Vous êtes sur la page 1sur 42

Imperfect Competition

Monopoly
Oligopoly
Monopolistic Competition
Prepared by: M. Consignado
Source:ECONOMICS: Principles and Applications
McGraw-Hill/Irwin 2005 Powerpoint Presentation
Imperfect Competition
 market situation where individual firms
have a measure of control over the
price of the commodity in an industry.

Note: the word “imperfect” neither reflects the business


ethics of the owner of the firms nor implies absence
of rivalry in the industry. The term “imperfect” simply
denotes a deviation from a defined “ideal” of a market
that is said to bring about efficient allocation of
resources-the perfectly competitive market.
Sources of Market
Imperfection
 Barriers to entry
 artificial barriers are legal restrictions like patents and
exclusive franchises
 Natural barrier
 demand may be too small to warrant entry of
numerous firms
 Firm’s production function exhibits increasing returns
to scale.

 Significant differences or advantages in cost


conditions.
Types of Imperfect Markets
 Monopoly – a market situation where a
single seller exists and has complete
control over an industry.
 Oligopoly- a market structure with few
sellers.
 Monopolistic Competition – occurs
when there are many sellers producing
differentiated products.
Pure Monopoly
 Refers to a market for a good that has no
good substitutes. For example, the only rail
transit company in Metro Manila may be
considered a monopolist in the sense that it is
the sole provider of light railway transport
services in Metro Manila. However, with the
presence of Metro buses plying the same
routes, it cannot be considered a pure
monopolist.
MONOPOLY REVENUES & COSTS
Elastic Inelastic
$200

150

Dollars 200

50 MR D
Q
0 1 2 3 4 5 6 7 8 9 10 11 12 13 14 15 16 17 18

$750
Dollars

500
TR
250

Q
0 1 2 3 4 5 6 7 8 9 10 11 12 13 14 15 16 17 18
OUTPUT AND PRICE DETERMINATION

Cost Data
MR = MC Rule
No Monopoly Supply Curve
Monopoly Pricing
Misconceptions
• Not Highest Price
• Total, Not Unit, Profit
• Possibility of Losses
Graphically…
OUTPUT AND PRICE DETERMINATION
Profit Maximization Under Monopoly
Remember
200
the MR=MC Rule?
175 Profit
Per Unit
Price, costs, and revenue

150
MC
$122 125

$94 100
Profit ATC
75
D
50

25 MR = MC
MR
Q
0 1 2 3 4 5 6 7 8 9 10
Since monopolists are sole producers of
a unique commodity, the demand curve
faced by the monopolist is the same
demand curve faced by the whole
industry, and downward sloping. The
determination of the maximum level of
profit of a monopolist is similar to the
PCM’s profit-maximizing condition- by
working with the behavior of the total
revenue and total cost curves.
 There are several misconceptions about
monopolies that must at once be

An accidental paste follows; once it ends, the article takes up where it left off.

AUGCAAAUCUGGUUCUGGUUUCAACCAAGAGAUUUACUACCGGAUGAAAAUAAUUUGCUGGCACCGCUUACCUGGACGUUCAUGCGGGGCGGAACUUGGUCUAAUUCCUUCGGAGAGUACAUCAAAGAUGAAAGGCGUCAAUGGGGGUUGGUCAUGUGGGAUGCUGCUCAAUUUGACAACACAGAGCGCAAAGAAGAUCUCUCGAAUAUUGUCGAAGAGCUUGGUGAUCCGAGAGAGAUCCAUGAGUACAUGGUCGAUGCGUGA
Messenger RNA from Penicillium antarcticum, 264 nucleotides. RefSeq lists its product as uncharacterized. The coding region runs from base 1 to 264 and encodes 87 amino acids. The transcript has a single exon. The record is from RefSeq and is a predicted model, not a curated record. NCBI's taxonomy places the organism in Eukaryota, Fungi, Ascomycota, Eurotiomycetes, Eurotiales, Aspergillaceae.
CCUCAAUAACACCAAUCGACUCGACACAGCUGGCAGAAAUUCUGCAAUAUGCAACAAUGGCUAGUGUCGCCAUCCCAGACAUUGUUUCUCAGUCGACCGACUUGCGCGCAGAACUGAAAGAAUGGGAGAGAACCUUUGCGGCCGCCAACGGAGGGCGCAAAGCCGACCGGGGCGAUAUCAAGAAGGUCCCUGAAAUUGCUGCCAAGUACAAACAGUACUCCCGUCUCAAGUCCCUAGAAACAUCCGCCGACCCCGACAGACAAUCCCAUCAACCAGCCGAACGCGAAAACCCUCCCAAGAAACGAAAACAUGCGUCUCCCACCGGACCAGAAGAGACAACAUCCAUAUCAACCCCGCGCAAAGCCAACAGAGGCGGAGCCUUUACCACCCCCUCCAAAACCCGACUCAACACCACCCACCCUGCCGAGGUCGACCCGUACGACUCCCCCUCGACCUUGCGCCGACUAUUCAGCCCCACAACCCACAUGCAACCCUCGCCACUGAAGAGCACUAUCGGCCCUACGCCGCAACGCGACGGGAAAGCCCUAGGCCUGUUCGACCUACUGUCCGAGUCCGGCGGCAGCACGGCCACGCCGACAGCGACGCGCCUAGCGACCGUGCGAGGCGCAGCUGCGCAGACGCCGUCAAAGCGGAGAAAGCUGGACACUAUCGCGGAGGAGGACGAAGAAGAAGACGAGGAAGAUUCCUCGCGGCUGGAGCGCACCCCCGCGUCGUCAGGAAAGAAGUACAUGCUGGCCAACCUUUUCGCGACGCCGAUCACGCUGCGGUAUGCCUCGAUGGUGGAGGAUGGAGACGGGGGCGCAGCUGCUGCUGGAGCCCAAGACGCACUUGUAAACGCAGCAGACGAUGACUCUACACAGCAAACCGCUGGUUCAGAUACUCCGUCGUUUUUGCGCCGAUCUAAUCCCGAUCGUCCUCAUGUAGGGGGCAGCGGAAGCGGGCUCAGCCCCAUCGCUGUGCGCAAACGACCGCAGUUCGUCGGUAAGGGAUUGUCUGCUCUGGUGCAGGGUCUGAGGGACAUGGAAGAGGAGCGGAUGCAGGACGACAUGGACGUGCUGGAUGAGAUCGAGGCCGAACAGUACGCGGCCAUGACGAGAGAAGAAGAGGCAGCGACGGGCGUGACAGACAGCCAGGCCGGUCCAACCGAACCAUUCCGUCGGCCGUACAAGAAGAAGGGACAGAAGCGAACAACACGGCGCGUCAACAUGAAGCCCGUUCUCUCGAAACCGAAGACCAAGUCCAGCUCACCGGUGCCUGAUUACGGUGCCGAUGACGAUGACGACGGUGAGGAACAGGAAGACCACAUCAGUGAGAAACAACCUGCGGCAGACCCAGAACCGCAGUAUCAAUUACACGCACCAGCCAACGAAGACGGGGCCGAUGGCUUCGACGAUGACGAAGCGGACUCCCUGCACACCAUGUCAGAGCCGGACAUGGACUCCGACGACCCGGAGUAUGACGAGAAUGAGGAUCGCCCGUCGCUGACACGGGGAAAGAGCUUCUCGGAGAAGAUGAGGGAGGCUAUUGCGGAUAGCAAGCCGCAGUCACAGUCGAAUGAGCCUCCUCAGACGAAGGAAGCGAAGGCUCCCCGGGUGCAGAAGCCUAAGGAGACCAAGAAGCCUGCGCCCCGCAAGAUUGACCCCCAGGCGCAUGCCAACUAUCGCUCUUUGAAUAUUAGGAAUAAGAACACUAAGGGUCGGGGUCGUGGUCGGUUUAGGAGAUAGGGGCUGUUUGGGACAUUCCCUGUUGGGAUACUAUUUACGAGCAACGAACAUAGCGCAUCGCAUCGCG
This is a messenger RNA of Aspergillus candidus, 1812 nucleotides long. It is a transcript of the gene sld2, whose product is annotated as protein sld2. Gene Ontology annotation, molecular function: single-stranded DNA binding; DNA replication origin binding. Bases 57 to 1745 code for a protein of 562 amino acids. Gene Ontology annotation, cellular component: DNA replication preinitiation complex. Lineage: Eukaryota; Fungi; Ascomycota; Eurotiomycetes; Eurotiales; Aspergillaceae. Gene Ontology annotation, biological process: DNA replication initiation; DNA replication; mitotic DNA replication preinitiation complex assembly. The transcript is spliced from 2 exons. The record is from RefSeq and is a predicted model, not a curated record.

rectified.
 First, being a monopolist does not
ensure the firm instant profit.
 It is not true that the firm can impose
any price it wants. The maximum price
the monopolist can charge is dictated by
the market demand the monopoly faces.
 Lastly, a monopolist cannot maximize
profit at the inelastic region of the
market demand curve.
In reality it is not easy and simple to
achieve the profit-maximizing solution for the
monopolist. From a graphical analysis, it is
easy to determine the price and output levels
by simply equating marginal cost to marginal
revenue. However, the detailed information
with regards to the market demand function,
and marginal revenue function may be
difficult to obtain. Monopolists usually have a
relatively more accurate information on own
costs but this is not true with regards to
demand (Costales et.al., 2000)
Oligopoly
 Classification according to nature of
commodity being sold:
 Pure oligopolies-firms sell a practically
homogenous product, the same kind of
commodity. Ex. Cement industry
 Differentiated oligopolies-firms sell
products that vary in quality. Ex.
Automobile industry
Oligopoly
 Classification according marketing strategies employed:
 Independent action-firms do not collaborate in any way in the
market
 Collusion-firms act as one, like a monopoly, by setting a price
level that maximizes profit for the whole industry and setting
quotas in the production of each firm. Ex. OPEC
 Imperfect collusion-firms have no formal arrangements

 Perfect collusion-firms formally establish a binding

agreement on price and output in the market


 Centralized cartels
 Market-sharing cartels
CARTELS AND OTHER COLLUSION
Colluding Oligopolists Will
Split the Monopoly Profits
Economic
Profit MC
Price and costs

P0

A0 ATC
D

MR = MC
MR
Q0
KINKED DEMAND THEORY:
NONCOLLUSIVE OLIGOPOLY
The firm’s demand and
marginal revenue curves
Price

D1
Quantity MR1
KINKED DEMAND THEORY:
NONCOLLUSIVE OLIGOPOLY
The rival’s demand and
marginal revenue curves
Price

D2